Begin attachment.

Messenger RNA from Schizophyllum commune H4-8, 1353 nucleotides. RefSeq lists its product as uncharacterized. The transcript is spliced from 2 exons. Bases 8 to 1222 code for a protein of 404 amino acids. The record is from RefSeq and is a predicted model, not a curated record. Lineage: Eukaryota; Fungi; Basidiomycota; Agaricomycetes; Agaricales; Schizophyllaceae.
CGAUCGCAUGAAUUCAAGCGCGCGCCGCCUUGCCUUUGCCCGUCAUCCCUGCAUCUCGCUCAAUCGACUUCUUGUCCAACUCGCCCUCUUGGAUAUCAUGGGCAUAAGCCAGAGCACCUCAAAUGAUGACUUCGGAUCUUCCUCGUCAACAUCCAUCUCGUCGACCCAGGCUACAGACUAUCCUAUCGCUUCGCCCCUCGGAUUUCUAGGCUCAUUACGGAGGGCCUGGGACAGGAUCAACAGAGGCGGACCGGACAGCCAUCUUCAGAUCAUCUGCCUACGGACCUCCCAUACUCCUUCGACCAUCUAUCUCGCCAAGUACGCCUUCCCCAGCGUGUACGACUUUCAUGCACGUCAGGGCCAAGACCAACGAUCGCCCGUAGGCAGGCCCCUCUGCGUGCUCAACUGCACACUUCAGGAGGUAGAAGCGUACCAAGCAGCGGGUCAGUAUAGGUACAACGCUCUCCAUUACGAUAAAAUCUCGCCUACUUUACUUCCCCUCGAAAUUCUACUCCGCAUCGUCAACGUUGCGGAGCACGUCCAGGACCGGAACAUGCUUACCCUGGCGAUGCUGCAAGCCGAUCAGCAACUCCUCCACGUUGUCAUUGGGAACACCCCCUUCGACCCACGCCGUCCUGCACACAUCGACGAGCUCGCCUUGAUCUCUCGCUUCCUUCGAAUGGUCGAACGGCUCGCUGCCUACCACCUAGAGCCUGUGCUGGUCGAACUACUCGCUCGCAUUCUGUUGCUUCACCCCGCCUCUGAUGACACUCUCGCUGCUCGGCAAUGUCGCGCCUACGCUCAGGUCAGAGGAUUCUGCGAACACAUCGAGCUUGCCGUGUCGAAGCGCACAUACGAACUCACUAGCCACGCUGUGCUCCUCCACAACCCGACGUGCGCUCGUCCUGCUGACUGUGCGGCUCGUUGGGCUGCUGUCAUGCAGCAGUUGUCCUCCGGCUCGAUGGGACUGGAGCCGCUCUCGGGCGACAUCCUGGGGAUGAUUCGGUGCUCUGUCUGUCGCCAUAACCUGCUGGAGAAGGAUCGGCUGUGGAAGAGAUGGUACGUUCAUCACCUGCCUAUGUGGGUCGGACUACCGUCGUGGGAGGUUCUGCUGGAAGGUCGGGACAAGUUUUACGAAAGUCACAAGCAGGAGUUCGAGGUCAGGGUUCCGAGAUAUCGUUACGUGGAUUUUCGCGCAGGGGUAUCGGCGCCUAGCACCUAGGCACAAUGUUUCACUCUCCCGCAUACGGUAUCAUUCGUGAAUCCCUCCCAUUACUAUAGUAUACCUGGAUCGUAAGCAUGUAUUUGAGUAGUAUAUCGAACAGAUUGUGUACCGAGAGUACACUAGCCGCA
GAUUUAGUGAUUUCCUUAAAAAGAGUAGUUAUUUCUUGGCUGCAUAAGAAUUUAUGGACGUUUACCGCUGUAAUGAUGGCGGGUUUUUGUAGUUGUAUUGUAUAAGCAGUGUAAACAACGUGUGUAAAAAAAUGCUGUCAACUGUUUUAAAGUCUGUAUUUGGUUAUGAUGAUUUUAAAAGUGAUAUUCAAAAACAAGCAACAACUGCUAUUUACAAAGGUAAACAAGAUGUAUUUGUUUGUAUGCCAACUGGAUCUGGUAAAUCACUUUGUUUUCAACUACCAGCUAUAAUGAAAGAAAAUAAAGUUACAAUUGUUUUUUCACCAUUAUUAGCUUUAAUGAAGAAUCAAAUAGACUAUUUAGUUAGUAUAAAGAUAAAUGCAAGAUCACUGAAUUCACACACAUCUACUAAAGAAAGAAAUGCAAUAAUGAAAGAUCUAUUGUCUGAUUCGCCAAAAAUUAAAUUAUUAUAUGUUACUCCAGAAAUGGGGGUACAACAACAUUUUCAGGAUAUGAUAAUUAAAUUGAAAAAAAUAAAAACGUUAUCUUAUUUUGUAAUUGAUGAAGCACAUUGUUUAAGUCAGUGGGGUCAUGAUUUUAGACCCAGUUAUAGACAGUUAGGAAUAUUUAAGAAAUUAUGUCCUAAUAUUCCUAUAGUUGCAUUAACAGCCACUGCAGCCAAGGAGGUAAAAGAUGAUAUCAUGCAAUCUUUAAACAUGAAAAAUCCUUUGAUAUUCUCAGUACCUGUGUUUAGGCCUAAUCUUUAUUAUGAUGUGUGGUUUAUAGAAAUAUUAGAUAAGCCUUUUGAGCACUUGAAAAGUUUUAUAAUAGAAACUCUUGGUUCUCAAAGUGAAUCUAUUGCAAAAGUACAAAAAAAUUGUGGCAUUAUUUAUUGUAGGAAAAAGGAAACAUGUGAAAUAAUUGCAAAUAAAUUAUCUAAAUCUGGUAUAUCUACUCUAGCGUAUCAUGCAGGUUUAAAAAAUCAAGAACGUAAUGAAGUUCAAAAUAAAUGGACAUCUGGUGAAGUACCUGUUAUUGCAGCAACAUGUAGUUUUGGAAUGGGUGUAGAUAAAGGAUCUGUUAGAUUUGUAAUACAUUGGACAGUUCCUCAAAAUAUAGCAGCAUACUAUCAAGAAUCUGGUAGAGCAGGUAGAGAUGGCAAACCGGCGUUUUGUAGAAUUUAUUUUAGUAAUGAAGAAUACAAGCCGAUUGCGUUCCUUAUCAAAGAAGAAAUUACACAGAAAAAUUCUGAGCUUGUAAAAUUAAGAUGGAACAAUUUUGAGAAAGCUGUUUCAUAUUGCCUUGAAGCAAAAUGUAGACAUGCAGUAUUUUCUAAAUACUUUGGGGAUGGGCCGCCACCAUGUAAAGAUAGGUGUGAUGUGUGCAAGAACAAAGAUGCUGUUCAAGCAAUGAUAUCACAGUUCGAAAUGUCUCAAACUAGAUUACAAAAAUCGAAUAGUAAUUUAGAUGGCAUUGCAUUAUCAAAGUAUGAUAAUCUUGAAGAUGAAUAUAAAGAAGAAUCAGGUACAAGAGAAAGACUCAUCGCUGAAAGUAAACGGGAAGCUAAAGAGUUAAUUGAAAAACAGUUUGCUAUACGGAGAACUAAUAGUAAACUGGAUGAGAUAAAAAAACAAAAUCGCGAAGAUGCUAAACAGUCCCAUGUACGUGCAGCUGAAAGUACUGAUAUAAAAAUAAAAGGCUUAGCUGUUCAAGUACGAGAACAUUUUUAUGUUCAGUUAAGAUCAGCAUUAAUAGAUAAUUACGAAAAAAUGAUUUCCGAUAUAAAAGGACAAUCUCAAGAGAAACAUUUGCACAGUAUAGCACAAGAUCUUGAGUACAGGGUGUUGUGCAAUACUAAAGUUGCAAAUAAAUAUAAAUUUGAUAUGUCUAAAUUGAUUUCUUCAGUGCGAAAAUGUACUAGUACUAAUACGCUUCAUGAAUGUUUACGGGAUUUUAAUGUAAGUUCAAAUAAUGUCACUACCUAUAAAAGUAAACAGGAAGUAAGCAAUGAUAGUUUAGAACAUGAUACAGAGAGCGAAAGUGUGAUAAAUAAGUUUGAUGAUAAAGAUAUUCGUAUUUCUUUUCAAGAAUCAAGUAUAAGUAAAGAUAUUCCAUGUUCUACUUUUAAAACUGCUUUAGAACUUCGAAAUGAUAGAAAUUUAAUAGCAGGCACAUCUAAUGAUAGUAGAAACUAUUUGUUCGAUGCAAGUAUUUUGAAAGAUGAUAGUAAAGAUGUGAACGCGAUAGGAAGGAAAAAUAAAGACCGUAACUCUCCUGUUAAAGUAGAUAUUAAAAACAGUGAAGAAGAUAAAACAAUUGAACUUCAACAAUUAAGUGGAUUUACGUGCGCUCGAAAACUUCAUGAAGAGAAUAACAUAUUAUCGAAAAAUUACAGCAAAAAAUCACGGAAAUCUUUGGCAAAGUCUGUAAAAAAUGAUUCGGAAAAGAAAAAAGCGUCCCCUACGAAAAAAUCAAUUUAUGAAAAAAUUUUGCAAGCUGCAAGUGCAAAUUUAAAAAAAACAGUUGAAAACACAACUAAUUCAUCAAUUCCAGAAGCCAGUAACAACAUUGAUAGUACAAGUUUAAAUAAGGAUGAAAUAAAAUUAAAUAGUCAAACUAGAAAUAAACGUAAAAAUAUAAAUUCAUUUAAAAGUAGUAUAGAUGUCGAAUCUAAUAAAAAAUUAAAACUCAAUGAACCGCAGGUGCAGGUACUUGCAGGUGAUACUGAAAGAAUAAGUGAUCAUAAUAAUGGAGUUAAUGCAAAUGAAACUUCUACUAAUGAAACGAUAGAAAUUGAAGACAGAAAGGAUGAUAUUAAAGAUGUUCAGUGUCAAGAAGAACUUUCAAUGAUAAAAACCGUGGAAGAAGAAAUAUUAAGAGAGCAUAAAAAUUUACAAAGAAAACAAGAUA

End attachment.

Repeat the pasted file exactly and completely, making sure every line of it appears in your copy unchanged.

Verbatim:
Messenger RNA from Schizophyllum commune H4-8, 1353 nucleotides. RefSeq lists its product as uncharacterized. The transcript is spliced from 2 exons. Bases 8 to 1222 code for a protein of 404 amino acids. The record is from RefSeq and is a predicted model, not a curated record. Lineage: Eukaryota; Fungi; Basidiomycota; Agaricomycetes; Agaricales; Schizophyllaceae.
CGAUCGCAUGAAUUCAAGCGCGCGCCGCCUUGCCUUUGCCCGUCAUCCCUGCAUCUCGCUCAAUCGACUUCUUGUCCAACUCGCCCUCUUGGAUAUCAUGGGCAUAAGCCAGAGCACCUCAAAUGAUGACUUCGGAUCUUCCUCGUCAACAUCCAUCUCGUCGACCCAGGCUACAGACUAUCCUAUCGCUUCGCCCCUCGGAUUUCUAGGCUCAUUACGGAGGGCCUGGGACAGGAUCAACAGAGGCGGACCGGACAGCCAUCUUCAGAUCAUCUGCCUACGGACCUCCCAUACUCCUUCGACCAUCUAUCUCGCCAAGUACGCCUUCCCCAGCGUGUACGACUUUCAUGCACGUCAGGGCCAAGACCAACGAUCGCCCGUAGGCAGGCCCCUCUGCGUGCUCAACUGCACACUUCAGGAGGUAGAAGCGUACCAAGCAGCGGGUCAGUAUAGGUACAACGCUCUCCAUUACGAUAAAAUCUCGCCUACUUUACUUCCCCUCGAAAUUCUACUCCGCAUCGUCAACGUUGCGGAGCACGUCCAGGACCGGAACAUGCUUACCCUGGCGAUGCUGCAAGCCGAUCAGCAACUCCUCCACGUUGUCAUUGGGAACACCCCCUUCGACCCACGCCGUCCUGCACACAUCGACGAGCUCGCCUUGAUCUCUCGCUUCCUUCGAAUGGUCGAACGGCUCGCUGCCUACCACCUAGAGCCUGUGCUGGUCGAACUACUCGCUCGCAUUCUGUUGCUUCACCCCGCCUCUGAUGACACUCUCGCUGCUCGGCAAUGUCGCGCCUACGCUCAGGUCAGAGGAUUCUGCGAACACAUCGAGCUUGCCGUGUCGAAGCGCACAUACGAACUCACUAGCCACGCUGUGCUCCUCCACAACCCGACGUGCGCUCGUCCUGCUGACUGUGCGGCUCGUUGGGCUGCUGUCAUGCAGCAGUUGUCCUCCGGCUCGAUGGGACUGGAGCCGCUCUCGGGCGACAUCCUGGGGAUGAUUCGGUGCUCUGUCUGUCGCCAUAACCUGCUGGAGAAGGAUCGGCUGUGGAAGAGAUGGUACGUUCAUCACCUGCCUAUGUGGGUCGGACUACCGUCGUGGGAGGUUCUGCUGGAAGGUCGGGACAAGUUUUACGAAAGUCACAAGCAGGAGUUCGAGGUCAGGGUUCCGAGAUAUCGUUACGUGGAUUUUCGCGCAGGGGUAUCGGCGCCUAGCACCUAGGCACAAUGUUUCACUCUCCCGCAUACGGUAUCAUUCGUGAAUCCCUCCCAUUACUAUAGUAUACCUGGAUCGUAAGCAUGUAUUUGAGUAGUAUAUCGAACAGAUUGUGUACCGAGAGUACACUAGCCGCA
GAUUUAGUGAUUUCCUUAAAAAGAGUAGUUAUUUCUUGGCUGCAUAAGAAUUUAUGGACGUUUACCGCUGUAAUGAUGGCGGGUUUUUGUAGUUGUAUUGUAUAAGCAGUGUAAACAACGUGUGUAAAAAAAUGCUGUCAACUGUUUUAAAGUCUGUAUUUGGUUAUGAUGAUUUUAAAAGUGAUAUUCAAAAACAAGCAACAACUGCUAUUUACAAAGGUAAACAAGAUGUAUUUGUUUGUAUGCCAACUGGAUCUGGUAAAUCACUUUGUUUUCAACUACCAGCUAUAAUGAAAGAAAAUAAAGUUACAAUUGUUUUUUCACCAUUAUUAGCUUUAAUGAAGAAUCAAAUAGACUAUUUAGUUAGUAUAAAGAUAAAUGCAAGAUCACUGAAUUCACACACAUCUACUAAAGAAAGAAAUGCAAUAAUGAAAGAUCUAUUGUCUGAUUCGCCAAAAAUUAAAUUAUUAUAUGUUACUCCAGAAAUGGGGGUACAACAACAUUUUCAGGAUAUGAUAAUUAAAUUGAAAAAAAUAAAAACGUUAUCUUAUUUUGUAAUUGAUGAAGCACAUUGUUUAAGUCAGUGGGGUCAUGAUUUUAGACCCAGUUAUAGACAGUUAGGAAUAUUUAAGAAAUUAUGUCCUAAUAUUCCUAUAGUUGCAUUAACAGCCACUGCAGCCAAGGAGGUAAAAGAUGAUAUCAUGCAAUCUUUAAACAUGAAAAAUCCUUUGAUAUUCUCAGUACCUGUGUUUAGGCCUAAUCUUUAUUAUGAUGUGUGGUUUAUAGAAAUAUUAGAUAAGCCUUUUGAGCACUUGAAAAGUUUUAUAAUAGAAACUCUUGGUUCUCAAAGUGAAUCUAUUGCAAAAGUACAAAAAAAUUGUGGCAUUAUUUAUUGUAGGAAAAAGGAAACAUGUGAAAUAAUUGCAAAUAAAUUAUCUAAAUCUGGUAUAUCUACUCUAGCGUAUCAUGCAGGUUUAAAAAAUCAAGAACGUAAUGAAGUUCAAAAUAAAUGGACAUCUGGUGAAGUACCUGUUAUUGCAGCAACAUGUAGUUUUGGAAUGGGUGUAGAUAAAGGAUCUGUUAGAUUUGUAAUACAUUGGACAGUUCCUCAAAAUAUAGCAGCAUACUAUCAAGAAUCUGGUAGAGCAGGUAGAGAUGGCAAACCGGCGUUUUGUAGAAUUUAUUUUAGUAAUGAAGAAUACAAGCCGAUUGCGUUCCUUAUCAAAGAAGAAAUUACACAGAAAAAUUCUGAGCUUGUAAAAUUAAGAUGGAACAAUUUUGAGAAAGCUGUUUCAUAUUGCCUUGAAGCAAAAUGUAGACAUGCAGUAUUUUCUAAAUACUUUGGGGAUGGGCCGCCACCAUGUAAAGAUAGGUGUGAUGUGUGCAAGAACAAAGAUGCUGUUCAAGCAAUGAUAUCACAGUUCGAAAUGUCUCAAACUAGAUUACAAAAAUCGAAUAGUAAUUUAGAUGGCAUUGCAUUAUCAAAGUAUGAUAAUCUUGAAGAUGAAUAUAAAGAAGAAUCAGGUACAAGAGAAAGACUCAUCGCUGAAAGUAAACGGGAAGCUAAAGAGUUAAUUGAAAAACAGUUUGCUAUACGGAGAACUAAUAGUAAACUGGAUGAGAUAAAAAAACAAAAUCGCGAAGAUGCUAAACAGUCCCAUGUACGUGCAGCUGAAAGUACUGAUAUAAAAAUAAAAGGCUUAGCUGUUCAAGUACGAGAACAUUUUUAUGUUCAGUUAAGAUCAGCAUUAAUAGAUAAUUACGAAAAAAUGAUUUCCGAUAUAAAAGGACAAUCUCAAGAGAAACAUUUGCACAGUAUAGCACAAGAUCUUGAGUACAGGGUGUUGUGCAAUACUAAAGUUGCAAAUAAAUAUAAAUUUGAUAUGUCUAAAUUGAUUUCUUCAGUGCGAAAAUGUACUAGUACUAAUACGCUUCAUGAAUGUUUACGGGAUUUUAAUGUAAGUUCAAAUAAUGUCACUACCUAUAAAAGUAAACAGGAAGUAAGCAAUGAUAGUUUAGAACAUGAUACAGAGAGCGAAAGUGUGAUAAAUAAGUUUGAUGAUAAAGAUAUUCGUAUUUCUUUUCAAGAAUCAAGUAUAAGUAAAGAUAUUCCAUGUUCUACUUUUAAAACUGCUUUAGAACUUCGAAAUGAUAGAAAUUUAAUAGCAGGCACAUCUAAUGAUAGUAGAAACUAUUUGUUCGAUGCAAGUAUUUUGAAAGAUGAUAGUAAAGAUGUGAACGCGAUAGGAAGGAAAAAUAAAGACCGUAACUCUCCUGUUAAAGUAGAUAUUAAAAACAGUGAAGAAGAUAAAACAAUUGAACUUCAACAAUUAAGUGGAUUUACGUGCGCUCGAAAACUUCAUGAAGAGAAUAACAUAUUAUCGAAAAAUUACAGCAAAAAAUCACGGAAAUCUUUGGCAAAGUCUGUAAAAAAUGAUUCGGAAAAGAAAAAAGCGUCCCCUACGAAAAAAUCAAUUUAUGAAAAAAUUUUGCAAGCUGCAAGUGCAAAUUUAAAAAAAACAGUUGAAAACACAACUAAUUCAUCAAUUCCAGAAGCCAGUAACAACAUUGAUAGUACAAGUUUAAAUAAGGAUGAAAUAAAAUUAAAUAGUCAAACUAGAAAUAAACGUAAAAAUAUAAAUUCAUUUAAAAGUAGUAUAGAUGUCGAAUCUAAUAAAAAAUUAAAACUCAAUGAACCGCAGGUGCAGGUACUUGCAGGUGAUACUGAAAGAAUAAGUGAUCAUAAUAAUGGAGUUAAUGCAAAUGAAACUUCUACUAAUGAAACGAUAGAAAUUGAAGACAGAAAGGAUGAUAUUAAAGAUGUUCAGUGUCAAGAAGAACUUUCAAUGAUAAAAACCGUGGAAGAAGAAAUAUUAAGAGAGCAUAAAAAUUUACAAAGAAAACAAGAUA